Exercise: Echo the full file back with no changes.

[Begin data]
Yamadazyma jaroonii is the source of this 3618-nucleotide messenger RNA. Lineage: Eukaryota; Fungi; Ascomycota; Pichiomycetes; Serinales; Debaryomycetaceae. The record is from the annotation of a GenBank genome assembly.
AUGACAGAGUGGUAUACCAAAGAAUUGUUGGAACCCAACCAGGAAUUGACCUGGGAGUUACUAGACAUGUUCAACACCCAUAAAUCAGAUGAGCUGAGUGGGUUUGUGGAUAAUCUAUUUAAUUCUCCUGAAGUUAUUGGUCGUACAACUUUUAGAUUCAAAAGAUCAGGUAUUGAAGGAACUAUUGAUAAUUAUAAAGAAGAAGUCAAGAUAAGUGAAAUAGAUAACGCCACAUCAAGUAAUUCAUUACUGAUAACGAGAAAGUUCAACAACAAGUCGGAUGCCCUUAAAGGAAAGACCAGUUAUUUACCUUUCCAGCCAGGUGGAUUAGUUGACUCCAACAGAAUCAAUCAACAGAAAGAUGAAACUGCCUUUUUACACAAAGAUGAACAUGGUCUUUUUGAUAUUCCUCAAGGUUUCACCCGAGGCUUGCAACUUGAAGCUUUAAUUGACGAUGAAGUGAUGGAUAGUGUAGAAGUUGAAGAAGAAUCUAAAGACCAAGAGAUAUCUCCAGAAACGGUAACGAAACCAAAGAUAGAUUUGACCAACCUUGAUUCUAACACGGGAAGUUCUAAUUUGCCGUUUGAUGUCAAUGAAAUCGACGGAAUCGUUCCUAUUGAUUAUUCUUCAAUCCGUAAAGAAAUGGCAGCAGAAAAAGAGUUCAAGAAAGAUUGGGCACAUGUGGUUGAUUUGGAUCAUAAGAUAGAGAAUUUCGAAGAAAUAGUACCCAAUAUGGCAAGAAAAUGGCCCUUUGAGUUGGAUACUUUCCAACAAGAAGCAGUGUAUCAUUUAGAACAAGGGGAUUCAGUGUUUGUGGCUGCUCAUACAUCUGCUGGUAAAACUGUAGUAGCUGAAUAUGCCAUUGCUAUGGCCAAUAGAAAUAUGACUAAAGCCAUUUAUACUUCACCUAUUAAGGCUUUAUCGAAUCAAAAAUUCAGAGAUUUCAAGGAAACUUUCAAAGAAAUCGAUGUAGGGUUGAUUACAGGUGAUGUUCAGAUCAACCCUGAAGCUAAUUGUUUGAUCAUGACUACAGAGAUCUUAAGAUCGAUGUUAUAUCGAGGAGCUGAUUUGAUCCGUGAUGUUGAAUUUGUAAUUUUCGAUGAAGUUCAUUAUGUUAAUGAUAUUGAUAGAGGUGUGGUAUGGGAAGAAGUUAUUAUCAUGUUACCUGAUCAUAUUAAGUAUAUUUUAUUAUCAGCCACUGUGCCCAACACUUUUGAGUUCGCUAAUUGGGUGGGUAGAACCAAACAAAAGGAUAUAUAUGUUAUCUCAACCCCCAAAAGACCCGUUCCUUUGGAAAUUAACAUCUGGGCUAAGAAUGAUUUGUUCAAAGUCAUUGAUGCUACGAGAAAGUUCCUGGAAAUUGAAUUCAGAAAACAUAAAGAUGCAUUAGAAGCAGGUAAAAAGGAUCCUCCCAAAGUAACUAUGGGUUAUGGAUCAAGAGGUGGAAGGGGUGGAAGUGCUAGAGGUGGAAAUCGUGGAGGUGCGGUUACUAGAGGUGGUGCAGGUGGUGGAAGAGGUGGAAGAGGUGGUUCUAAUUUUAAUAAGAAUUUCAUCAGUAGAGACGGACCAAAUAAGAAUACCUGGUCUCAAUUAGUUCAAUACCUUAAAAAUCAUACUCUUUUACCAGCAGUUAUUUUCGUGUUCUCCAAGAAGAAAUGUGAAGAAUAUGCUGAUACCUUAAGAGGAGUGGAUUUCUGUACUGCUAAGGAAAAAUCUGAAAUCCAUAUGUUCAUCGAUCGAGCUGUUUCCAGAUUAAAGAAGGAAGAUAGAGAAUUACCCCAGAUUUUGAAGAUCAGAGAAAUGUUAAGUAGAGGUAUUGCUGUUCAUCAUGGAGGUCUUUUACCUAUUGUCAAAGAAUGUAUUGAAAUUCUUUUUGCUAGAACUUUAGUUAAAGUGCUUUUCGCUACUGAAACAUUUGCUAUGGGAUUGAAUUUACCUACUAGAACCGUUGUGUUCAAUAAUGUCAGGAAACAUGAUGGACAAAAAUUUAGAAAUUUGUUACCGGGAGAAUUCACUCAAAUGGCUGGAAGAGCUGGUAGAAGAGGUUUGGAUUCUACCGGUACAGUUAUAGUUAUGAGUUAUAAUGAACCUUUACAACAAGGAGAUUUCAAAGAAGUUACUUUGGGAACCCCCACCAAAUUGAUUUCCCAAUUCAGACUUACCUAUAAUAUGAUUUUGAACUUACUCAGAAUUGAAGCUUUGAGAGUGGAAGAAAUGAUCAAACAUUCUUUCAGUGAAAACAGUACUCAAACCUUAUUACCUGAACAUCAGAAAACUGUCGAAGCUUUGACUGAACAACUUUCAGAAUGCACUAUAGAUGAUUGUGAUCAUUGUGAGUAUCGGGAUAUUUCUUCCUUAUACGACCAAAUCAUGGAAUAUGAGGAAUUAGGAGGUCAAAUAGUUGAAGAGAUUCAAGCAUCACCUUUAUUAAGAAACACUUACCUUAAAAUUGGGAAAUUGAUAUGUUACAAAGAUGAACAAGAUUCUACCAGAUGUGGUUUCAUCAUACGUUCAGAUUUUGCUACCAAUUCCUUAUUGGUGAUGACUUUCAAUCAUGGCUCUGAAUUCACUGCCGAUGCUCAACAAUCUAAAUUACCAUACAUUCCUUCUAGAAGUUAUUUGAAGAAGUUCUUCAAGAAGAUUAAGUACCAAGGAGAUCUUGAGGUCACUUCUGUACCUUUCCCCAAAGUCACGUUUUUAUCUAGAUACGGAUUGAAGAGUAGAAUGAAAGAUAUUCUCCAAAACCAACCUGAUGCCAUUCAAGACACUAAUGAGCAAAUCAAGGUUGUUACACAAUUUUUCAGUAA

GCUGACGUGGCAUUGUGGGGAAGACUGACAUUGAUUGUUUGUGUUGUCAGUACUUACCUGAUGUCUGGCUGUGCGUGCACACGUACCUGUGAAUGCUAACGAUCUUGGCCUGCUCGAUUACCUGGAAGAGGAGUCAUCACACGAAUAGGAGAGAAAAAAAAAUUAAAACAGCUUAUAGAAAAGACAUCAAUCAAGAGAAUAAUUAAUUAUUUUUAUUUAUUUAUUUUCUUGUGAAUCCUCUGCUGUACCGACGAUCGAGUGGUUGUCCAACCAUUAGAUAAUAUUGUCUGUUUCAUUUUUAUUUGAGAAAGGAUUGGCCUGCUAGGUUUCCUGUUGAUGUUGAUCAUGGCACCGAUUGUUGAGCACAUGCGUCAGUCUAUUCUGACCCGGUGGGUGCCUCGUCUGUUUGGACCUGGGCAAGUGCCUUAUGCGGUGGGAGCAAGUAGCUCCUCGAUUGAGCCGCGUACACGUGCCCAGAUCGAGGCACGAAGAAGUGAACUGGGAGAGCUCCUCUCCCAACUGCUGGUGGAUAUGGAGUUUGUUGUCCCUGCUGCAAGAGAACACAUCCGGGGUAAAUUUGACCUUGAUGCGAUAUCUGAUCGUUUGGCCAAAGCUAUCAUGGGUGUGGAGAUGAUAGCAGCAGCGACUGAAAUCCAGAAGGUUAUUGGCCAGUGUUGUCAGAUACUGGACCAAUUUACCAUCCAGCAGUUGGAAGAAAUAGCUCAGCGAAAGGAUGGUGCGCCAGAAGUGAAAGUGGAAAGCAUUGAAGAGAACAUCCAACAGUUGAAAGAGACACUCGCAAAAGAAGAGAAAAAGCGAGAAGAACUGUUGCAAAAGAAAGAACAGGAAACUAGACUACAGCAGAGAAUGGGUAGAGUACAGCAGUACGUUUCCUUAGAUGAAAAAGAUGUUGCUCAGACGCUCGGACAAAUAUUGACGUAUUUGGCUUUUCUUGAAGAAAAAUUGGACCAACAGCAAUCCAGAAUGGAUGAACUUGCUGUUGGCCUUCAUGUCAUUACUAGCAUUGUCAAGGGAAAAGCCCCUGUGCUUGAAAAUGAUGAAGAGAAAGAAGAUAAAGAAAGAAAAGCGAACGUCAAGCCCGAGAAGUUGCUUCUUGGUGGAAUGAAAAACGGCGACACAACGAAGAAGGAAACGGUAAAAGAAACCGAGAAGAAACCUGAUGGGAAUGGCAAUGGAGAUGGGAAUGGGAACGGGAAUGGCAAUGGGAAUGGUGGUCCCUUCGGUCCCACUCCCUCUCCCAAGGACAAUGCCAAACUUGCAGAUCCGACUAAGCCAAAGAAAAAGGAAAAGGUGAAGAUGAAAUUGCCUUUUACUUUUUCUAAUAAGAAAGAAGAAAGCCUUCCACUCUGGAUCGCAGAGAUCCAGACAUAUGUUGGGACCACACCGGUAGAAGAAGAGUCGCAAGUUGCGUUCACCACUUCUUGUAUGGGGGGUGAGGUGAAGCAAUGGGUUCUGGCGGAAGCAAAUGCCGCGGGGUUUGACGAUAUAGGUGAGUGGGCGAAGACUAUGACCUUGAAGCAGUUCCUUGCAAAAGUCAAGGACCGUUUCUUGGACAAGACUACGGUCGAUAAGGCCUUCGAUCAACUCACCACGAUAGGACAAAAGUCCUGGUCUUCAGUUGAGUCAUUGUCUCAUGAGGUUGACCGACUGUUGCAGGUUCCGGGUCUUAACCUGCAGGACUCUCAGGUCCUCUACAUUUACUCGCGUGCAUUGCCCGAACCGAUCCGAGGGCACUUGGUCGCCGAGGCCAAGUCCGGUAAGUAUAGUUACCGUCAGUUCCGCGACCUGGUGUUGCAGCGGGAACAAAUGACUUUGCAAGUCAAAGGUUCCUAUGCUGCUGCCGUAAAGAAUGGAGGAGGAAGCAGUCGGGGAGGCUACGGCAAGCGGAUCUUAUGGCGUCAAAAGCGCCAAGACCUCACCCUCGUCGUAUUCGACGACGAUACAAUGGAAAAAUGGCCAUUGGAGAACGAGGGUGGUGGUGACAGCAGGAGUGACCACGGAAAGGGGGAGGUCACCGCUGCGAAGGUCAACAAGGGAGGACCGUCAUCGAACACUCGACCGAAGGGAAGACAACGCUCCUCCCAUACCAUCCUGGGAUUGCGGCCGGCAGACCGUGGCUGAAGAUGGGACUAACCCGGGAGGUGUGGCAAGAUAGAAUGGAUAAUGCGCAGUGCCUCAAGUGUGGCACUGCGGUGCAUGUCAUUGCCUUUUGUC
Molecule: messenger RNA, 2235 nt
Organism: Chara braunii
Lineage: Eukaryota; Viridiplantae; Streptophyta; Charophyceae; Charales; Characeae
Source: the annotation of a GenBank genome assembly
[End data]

Yamadazyma jaroonii is the source of this 3618-nucleotide messenger RNA. Lineage: Eukaryota; Fungi; Ascomycota; Pichiomycetes; Serinales; Debaryomycetaceae. The record is from the annotation of a GenBank genome assembly.
AUGACAGAGUGGUAUACCAAAGAAUUGUUGGAACCCAACCAGGAAUUGACCUGGGAGUUACUAGACAUGUUCAACACCCAUAAAUCAGAUGAGCUGAGUGGGUUUGUGGAUAAUCUAUUUAAUUCUCCUGAAGUUAUUGGUCGUACAACUUUUAGAUUCAAAAGAUCAGGUAUUGAAGGAACUAUUGAUAAUUAUAAAGAAGAAGUCAAGAUAAGUGAAAUAGAUAACGCCACAUCAAGUAAUUCAUUACUGAUAACGAGAAAGUUCAACAACAAGUCGGAUGCCCUUAAAGGAAAGACCAGUUAUUUACCUUUCCAGCCAGGUGGAUUAGUUGACUCCAACAGAAUCAAUCAACAGAAAGAUGAAACUGCCUUUUUACACAAAGAUGAACAUGGUCUUUUUGAUAUUCCUCAAGGUUUCACCCGAGGCUUGCAACUUGAAGCUUUAAUUGACGAUGAAGUGAUGGAUAGUGUAGAAGUUGAAGAAGAAUCUAAAGACCAAGAGAUAUCUCCAGAAACGGUAACGAAACCAAAGAUAGAUUUGACCAACCUUGAUUCUAACACGGGAAGUUCUAAUUUGCCGUUUGAUGUCAAUGAAAUCGACGGAAUCGUUCCUAUUGAUUAUUCUUCAAUCCGUAAAGAAAUGGCAGCAGAAAAAGAGUUCAAGAAAGAUUGGGCACAUGUGGUUGAUUUGGAUCAUAAGAUAGAGAAUUUCGAAGAAAUAGUACCCAAUAUGGCAAGAAAAUGGCCCUUUGAGUUGGAUACUUUCCAACAAGAAGCAGUGUAUCAUUUAGAACAAGGGGAUUCAGUGUUUGUGGCUGCUCAUACAUCUGCUGGUAAAACUGUAGUAGCUGAAUAUGCCAUUGCUAUGGCCAAUAGAAAUAUGACUAAAGCCAUUUAUACUUCACCUAUUAAGGCUUUAUCGAAUCAAAAAUUCAGAGAUUUCAAGGAAACUUUCAAAGAAAUCGAUGUAGGGUUGAUUACAGGUGAUGUUCAGAUCAACCCUGAAGCUAAUUGUUUGAUCAUGACUACAGAGAUCUUAAGAUCGAUGUUAUAUCGAGGAGCUGAUUUGAUCCGUGAUGUUGAAUUUGUAAUUUUCGAUGAAGUUCAUUAUGUUAAUGAUAUUGAUAGAGGUGUGGUAUGGGAAGAAGUUAUUAUCAUGUUACCUGAUCAUAUUAAGUAUAUUUUAUUAUCAGCCACUGUGCCCAACACUUUUGAGUUCGCUAAUUGGGUGGGUAGAACCAAACAAAAGGAUAUAUAUGUUAUCUCAACCCCCAAAAGACCCGUUCCUUUGGAAAUUAACAUCUGGGCUAAGAAUGAUUUGUUCAAAGUCAUUGAUGCUACGAGAAAGUUCCUGGAAAUUGAAUUCAGAAAACAUAAAGAUGCAUUAGAAGCAGGUAAAAAGGAUCCUCCCAAAGUAACUAUGGGUUAUGGAUCAAGAGGUGGAAGGGGUGGAAGUGCUAGAGGUGGAAAUCGUGGAGGUGCGGUUACUAGAGGUGGUGCAGGUGGUGGAAGAGGUGGAAGAGGUGGUUCUAAUUUUAAUAAGAAUUUCAUCAGUAGAGACGGACCAAAUAAGAAUACCUGGUCUCAAUUAGUUCAAUACCUUAAAAAUCAUACUCUUUUACCAGCAGUUAUUUUCGUGUUCUCCAAGAAGAAAUGUGAAGAAUAUGCUGAUACCUUAAGAGGAGUGGAUUUCUGUACUGCUAAGGAAAAAUCUGAAAUCCAUAUGUUCAUCGAUCGAGCUGUUUCCAGAUUAAAGAAGGAAGAUAGAGAAUUACCCCAGAUUUUGAAGAUCAGAGAAAUGUUAAGUAGAGGUAUUGCUGUUCAUCAUGGAGGUCUUUUACCUAUUGUCAAAGAAUGUAUUGAAAUUCUUUUUGCUAGAACUUUAGUUAAAGUGCUUUUCGCUACUGAAACAUUUGCUAUGGGAUUGAAUUUACCUACUAGAACCGUUGUGUUCAAUAAUGUCAGGAAACAUGAUGGACAAAAAUUUAGAAAUUUGUUACCGGGAGAAUUCACUCAAAUGGCUGGAAGAGCUGGUAGAAGAGGUUUGGAUUCUACCGGUACAGUUAUAGUUAUGAGUUAUAAUGAACCUUUACAACAAGGAGAUUUCAAAGAAGUUACUUUGGGAACCCCCACCAAAUUGAUUUCCCAAUUCAGACUUACCUAUAAUAUGAUUUUGAACUUACUCAGAAUUGAAGCUUUGAGAGUGGAAGAAAUGAUCAAACAUUCUUUCAGUGAAAACAGUACUCAAACCUUAUUACCUGAACAUCAGAAAACUGUCGAAGCUUUGACUGAACAACUUUCAGAAUGCACUAUAGAUGAUUGUGAUCAUUGUGAGUAUCGGGAUAUUUCUUCCUUAUACGACCAAAUCAUGGAAUAUGAGGAAUUAGGAGGUCAAAUAGUUGAAGAGAUUCAAGCAUCACCUUUAUUAAGAAACACUUACCUUAAAAUUGGGAAAUUGAUAUGUUACAAAGAUGAACAAGAUUCUACCAGAUGUGGUUUCAUCAUACGUUCAGAUUUUGCUACCAAUUCCUUAUUGGUGAUGACUUUCAAUCAUGGCUCUGAAUUCACUGCCGAUGCUCAACAAUCUAAAUUACCAUACAUUCCUUCUAGAAGUUAUUUGAAGAAGUUCUUCAAGAAGAUUAAGUACCAAGGAGAUCUUGAGGUCACUUCUGUACCUUUCCCCAAAGUCACGUUUUUAUCUAGAUACGGAUUGAAGAGUAGAAUGAAAGAUAUUCUCCAAAACCAACCUGAUGCCAUUCAAGACACUAAUGAGCAAAUCAAGGUUGUUACACAAUUUUUCAGUAA

GCUGACGUGGCAUUGUGGGGAAGACUGACAUUGAUUGUUUGUGUUGUCAGUACUUACCUGAUGUCUGGCUGUGCGUGCACACGUACCUGUGAAUGCUAACGAUCUUGGCCUGCUCGAUUACCUGGAAGAGGAGUCAUCACACGAAUAGGAGAGAAAAAAAAAUUAAAACAGCUUAUAGAAAAGACAUCAAUCAAGAGAAUAAUUAAUUAUUUUUAUUUAUUUAUUUUCUUGUGAAUCCUCUGCUGUACCGACGAUCGAGUGGUUGUCCAACCAUUAGAUAAUAUUGUCUGUUUCAUUUUUAUUUGAGAAAGGAUUGGCCUGCUAGGUUUCCUGUUGAUGUUGAUCAUGGCACCGAUUGUUGAGCACAUGCGUCAGUCUAUUCUGACCCGGUGGGUGCCUCGUCUGUUUGGACCUGGGCAAGUGCCUUAUGCGGUGGGAGCAAGUAGCUCCUCGAUUGAGCCGCGUACACGUGCCCAGAUCGAGGCACGAAGAAGUGAACUGGGAGAGCUCCUCUCCCAACUGCUGGUGGAUAUGGAGUUUGUUGUCCCUGCUGCAAGAGAACACAUCCGGGGUAAAUUUGACCUUGAUGCGAUAUCUGAUCGUUUGGCCAAAGCUAUCAUGGGUGUGGAGAUGAUAGCAGCAGCGACUGAAAUCCAGAAGGUUAUUGGCCAGUGUUGUCAGAUACUGGACCAAUUUACCAUCCAGCAGUUGGAAGAAAUAGCUCAGCGAAAGGAUGGUGCGCCAGAAGUGAAAGUGGAAAGCAUUGAAGAGAACAUCCAACAGUUGAAAGAGACACUCGCAAAAGAAGAGAAAAAGCGAGAAGAACUGUUGCAAAAGAAAGAACAGGAAACUAGACUACAGCAGAGAAUGGGUAGAGUACAGCAGUACGUUUCCUUAGAUGAAAAAGAUGUUGCUCAGACGCUCGGACAAAUAUUGACGUAUUUGGCUUUUCUUGAAGAAAAAUUGGACCAACAGCAAUCCAGAAUGGAUGAACUUGCUGUUGGCCUUCAUGUCAUUACUAGCAUUGUCAAGGGAAAAGCCCCUGUGCUUGAAAAUGAUGAAGAGAAAGAAGAUAAAGAAAGAAAAGCGAACGUCAAGCCCGAGAAGUUGCUUCUUGGUGGAAUGAAAAACGGCGACACAACGAAGAAGGAAACGGUAAAAGAAACCGAGAAGAAACCUGAUGGGAAUGGCAAUGGAGAUGGGAAUGGGAACGGGAAUGGCAAUGGGAAUGGUGGUCCCUUCGGUCCCACUCCCUCUCCCAAGGACAAUGCCAAACUUGCAGAUCCGACUAAGCCAAAGAAAAAGGAAAAGGUGAAGAUGAAAUUGCCUUUUACUUUUUCUAAUAAGAAAGAAGAAAGCCUUCCACUCUGGAUCGCAGAGAUCCAGACAUAUGUUGGGACCACACCGGUAGAAGAAGAGUCGCAAGUUGCGUUCACCACUUCUUGUAUGGGGGGUGAGGUGAAGCAAUGGGUUCUGGCGGAAGCAAAUGCCGCGGGGUUUGACGAUAUAGGUGAGUGGGCGAAGACUAUGACCUUGAAGCAGUUCCUUGCAAAAGUCAAGGACCGUUUCUUGGACAAGACUACGGUCGAUAAGGCCUUCGAUCAACUCACCACGAUAGGACAAAAGUCCUGGUCUUCAGUUGAGUCAUUGUCUCAUGAGGUUGACCGACUGUUGCAGGUUCCGGGUCUUAACCUGCAGGACUCUCAGGUCCUCUACAUUUACUCGCGUGCAUUGCCCGAACCGAUCCGAGGGCACUUGGUCGCCGAGGCCAAGUCCGGUAAGUAUAGUUACCGUCAGUUCCGCGACCUGGUGUUGCAGCGGGAACAAAUGACUUUGCAAGUCAAAGGUUCCUAUGCUGCUGCCGUAAAGAAUGGAGGAGGAAGCAGUCGGGGAGGCUACGGCAAGCGGAUCUUAUGGCGUCAAAAGCGCCAAGACCUCACCCUCGUCGUAUUCGACGACGAUACAAUGGAAAAAUGGCCAUUGGAGAACGAGGGUGGUGGUGACAGCAGGAGUGACCACGGAAAGGGGGAGGUCACCGCUGCGAAGGUCAACAAGGGAGGACCGUCAUCGAACACUCGACCGAAGGGAAGACAACGCUCCUCCCAUACCAUCCUGGGAUUGCGGCCGGCAGACCGUGGCUGAAGAUGGGACUAACCCGGGAGGUGUGGCAAGAUAGAAUGGAUAAUGCGCAGUGCCUCAAGUGUGGCACUGCGGUGCAUGUCAUUGCCUUUUGUC
Molecule: messenger RNA, 2235 nt
Organism: Chara braunii
Lineage: Eukaryota; Viridiplantae; Streptophyta; Charophyceae; Charales; Characeae
Source: the annotation of a GenBank genome assembly